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The Morrison government will divert migrants to key areas, establish a rapid train office, and oppose the US Treasury’s reliance on immigration to stimulate economic growth and tax revenues.


In his first interview since joining the Cabinet, Population Minister Alan Tudge said immigration played a key role in the May 18 federal election results – the outlying suburbs of Melbourne, Sydney and Brisbane supporting the Coalition to send fewer migrants. and increased infrastructure.


Tudge said five regional zones would be designated as central to business sponsorship and advice deals designed to alleviate population pressures on the east coast by attracting more skilled migrants to the regions.


Southwest Victoria, Adelaide, the Regional Regions of South Australia, Far North Queensland and Kalgoorlie-Boulder will all receive “Designated Area Migration Agreements” which will allow state-of-the-art councils and companies to sponsor categories of workers.


Tudge also named Dubbo to NSW as a “crying out for workers” field.

“One of the skills shortages they have in far north Queensland is with Chinese-speaking diving instructors,” he said. “This will not be on a national shortage of skilled labor list, but it is a very important role in meeting the needs of a growing tourism industry in the region.”


Ministry of the Interior figures show that non-regional skilled migrant visas increased annually under the Coalition, while those devoted to regions increased from a high of 20,510 in 2012-13 to 10,198. in 2016-17.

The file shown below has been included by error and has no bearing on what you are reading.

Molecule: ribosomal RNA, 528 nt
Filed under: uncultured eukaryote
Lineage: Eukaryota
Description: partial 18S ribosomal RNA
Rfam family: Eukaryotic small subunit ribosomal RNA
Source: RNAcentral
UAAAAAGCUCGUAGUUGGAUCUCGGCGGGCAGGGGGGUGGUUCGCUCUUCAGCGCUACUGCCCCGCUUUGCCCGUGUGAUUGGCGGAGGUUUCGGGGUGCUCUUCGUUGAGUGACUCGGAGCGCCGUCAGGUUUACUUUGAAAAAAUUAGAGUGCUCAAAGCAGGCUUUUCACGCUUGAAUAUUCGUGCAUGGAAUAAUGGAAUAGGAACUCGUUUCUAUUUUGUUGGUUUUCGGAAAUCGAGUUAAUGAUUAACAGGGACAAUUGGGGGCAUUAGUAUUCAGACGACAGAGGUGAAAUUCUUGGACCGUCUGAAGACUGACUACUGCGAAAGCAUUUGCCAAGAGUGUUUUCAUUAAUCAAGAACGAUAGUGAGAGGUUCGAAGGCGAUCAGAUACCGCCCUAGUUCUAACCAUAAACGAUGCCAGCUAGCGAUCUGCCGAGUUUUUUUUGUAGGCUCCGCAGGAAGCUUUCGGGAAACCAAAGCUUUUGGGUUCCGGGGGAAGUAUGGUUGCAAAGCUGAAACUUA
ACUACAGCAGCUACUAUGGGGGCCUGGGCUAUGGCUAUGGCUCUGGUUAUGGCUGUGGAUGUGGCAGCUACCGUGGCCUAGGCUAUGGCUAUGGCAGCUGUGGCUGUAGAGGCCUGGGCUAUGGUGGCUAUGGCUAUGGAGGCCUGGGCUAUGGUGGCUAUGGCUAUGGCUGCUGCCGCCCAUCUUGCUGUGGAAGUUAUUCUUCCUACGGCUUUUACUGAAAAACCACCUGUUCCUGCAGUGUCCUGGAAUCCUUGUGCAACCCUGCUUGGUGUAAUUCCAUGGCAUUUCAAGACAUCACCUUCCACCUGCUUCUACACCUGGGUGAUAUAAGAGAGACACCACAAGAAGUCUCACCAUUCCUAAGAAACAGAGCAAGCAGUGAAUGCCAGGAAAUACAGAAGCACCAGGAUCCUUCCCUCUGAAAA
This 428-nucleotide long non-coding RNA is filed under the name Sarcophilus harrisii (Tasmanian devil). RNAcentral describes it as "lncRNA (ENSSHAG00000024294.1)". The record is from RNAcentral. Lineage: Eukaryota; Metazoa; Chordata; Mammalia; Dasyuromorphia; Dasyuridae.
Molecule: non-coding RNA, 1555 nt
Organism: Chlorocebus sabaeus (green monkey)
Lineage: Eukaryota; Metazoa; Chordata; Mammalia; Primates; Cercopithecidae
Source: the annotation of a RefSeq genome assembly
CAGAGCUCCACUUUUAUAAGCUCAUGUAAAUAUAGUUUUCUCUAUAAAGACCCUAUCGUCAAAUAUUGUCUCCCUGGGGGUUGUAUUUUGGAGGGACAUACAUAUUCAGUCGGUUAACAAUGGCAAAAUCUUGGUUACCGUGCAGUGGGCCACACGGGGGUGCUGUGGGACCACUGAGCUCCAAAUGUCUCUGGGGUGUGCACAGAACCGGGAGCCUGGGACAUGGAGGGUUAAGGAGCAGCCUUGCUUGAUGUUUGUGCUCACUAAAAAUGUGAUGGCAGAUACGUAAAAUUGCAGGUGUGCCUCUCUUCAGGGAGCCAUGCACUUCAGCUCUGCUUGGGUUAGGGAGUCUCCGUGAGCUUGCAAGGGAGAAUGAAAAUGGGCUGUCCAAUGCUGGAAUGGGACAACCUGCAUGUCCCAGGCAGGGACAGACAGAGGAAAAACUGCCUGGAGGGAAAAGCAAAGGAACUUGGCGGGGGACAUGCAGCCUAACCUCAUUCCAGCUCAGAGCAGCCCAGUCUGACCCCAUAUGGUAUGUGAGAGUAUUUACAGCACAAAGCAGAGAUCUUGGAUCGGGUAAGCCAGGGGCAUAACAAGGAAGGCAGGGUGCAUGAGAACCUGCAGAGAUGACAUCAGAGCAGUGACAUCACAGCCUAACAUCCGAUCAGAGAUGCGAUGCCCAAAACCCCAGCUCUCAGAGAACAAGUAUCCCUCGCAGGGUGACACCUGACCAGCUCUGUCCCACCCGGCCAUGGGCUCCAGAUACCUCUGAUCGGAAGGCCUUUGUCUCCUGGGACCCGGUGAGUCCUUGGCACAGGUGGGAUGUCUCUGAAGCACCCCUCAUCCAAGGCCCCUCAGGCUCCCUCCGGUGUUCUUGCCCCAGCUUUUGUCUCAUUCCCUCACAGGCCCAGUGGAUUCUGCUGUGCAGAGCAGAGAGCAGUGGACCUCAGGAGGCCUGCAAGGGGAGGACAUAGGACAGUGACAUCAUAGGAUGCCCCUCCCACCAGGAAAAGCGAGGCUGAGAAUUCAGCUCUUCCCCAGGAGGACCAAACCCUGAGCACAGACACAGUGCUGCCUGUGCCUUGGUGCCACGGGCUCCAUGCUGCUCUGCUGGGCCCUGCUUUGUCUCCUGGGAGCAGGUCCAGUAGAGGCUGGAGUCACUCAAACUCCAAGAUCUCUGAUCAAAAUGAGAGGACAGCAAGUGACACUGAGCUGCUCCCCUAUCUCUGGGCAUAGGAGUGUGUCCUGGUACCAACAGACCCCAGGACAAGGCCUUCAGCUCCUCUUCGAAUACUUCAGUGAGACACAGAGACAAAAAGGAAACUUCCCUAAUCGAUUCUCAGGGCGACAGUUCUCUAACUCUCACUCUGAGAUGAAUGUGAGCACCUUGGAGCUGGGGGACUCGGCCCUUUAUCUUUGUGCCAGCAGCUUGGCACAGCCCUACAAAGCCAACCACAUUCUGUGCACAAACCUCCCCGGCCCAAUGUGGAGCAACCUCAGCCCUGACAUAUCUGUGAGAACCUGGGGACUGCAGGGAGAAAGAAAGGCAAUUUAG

Mr. Tudge’s transition to the Treasury Portfolio will help bridge the gap between infrastructure and treasure planning that has characterized population policy over the last decade.


This coincides with the creation of a population center of excellence within the ministry to moderate the Treasury’s focus on income and to examine the social and economic factors of immigration.


Despite the target, budget figures indicate that more than 270,000 temporary and permanent migrants will arrive in Australia in 2019, up from 259,000 last year. The figure is 40,000 more than expected in last year’s budget, which is 15 percent.


“It’s always a balance between economic growth and taking into account the significant pressures on our big cities,” Tudge told The Sydney Morning Herald and The Age.


“The issue is not necessarily the overall growth figure for Australia, the challenge is the distribution of that growth.”

Demographic pressures – particularly on infrastructure – were “very important issues” for citizens in last month’s federal election, Tudge said.


“As soon as you get to the suburbs and outlying suburbs, people really feel the growth pressures we’ve had in Melbourne, Sydney, and southeastern Queensland.” In many cases, infrastructure has not not only to cope with the demographic pressure, but also to massively increase the infrastructure.


Tudge said the Treasury’s all-in-one population center, which will gather data on migration from several departments, “will crack as quickly as possible” as soon as funding starts on July 1.


“The ambition is to map population growth with the required services and infrastructure much more closely than in the past,” he said.


Tudge said accelerating construction times could speed up some of the $ 30 billion allocated to infrastructure in the April budget if state governments wanted the projects to be delivered faster.


Of the $ 30 billion allocated in April, only 30 per cent is expected to be distributed over the next four years.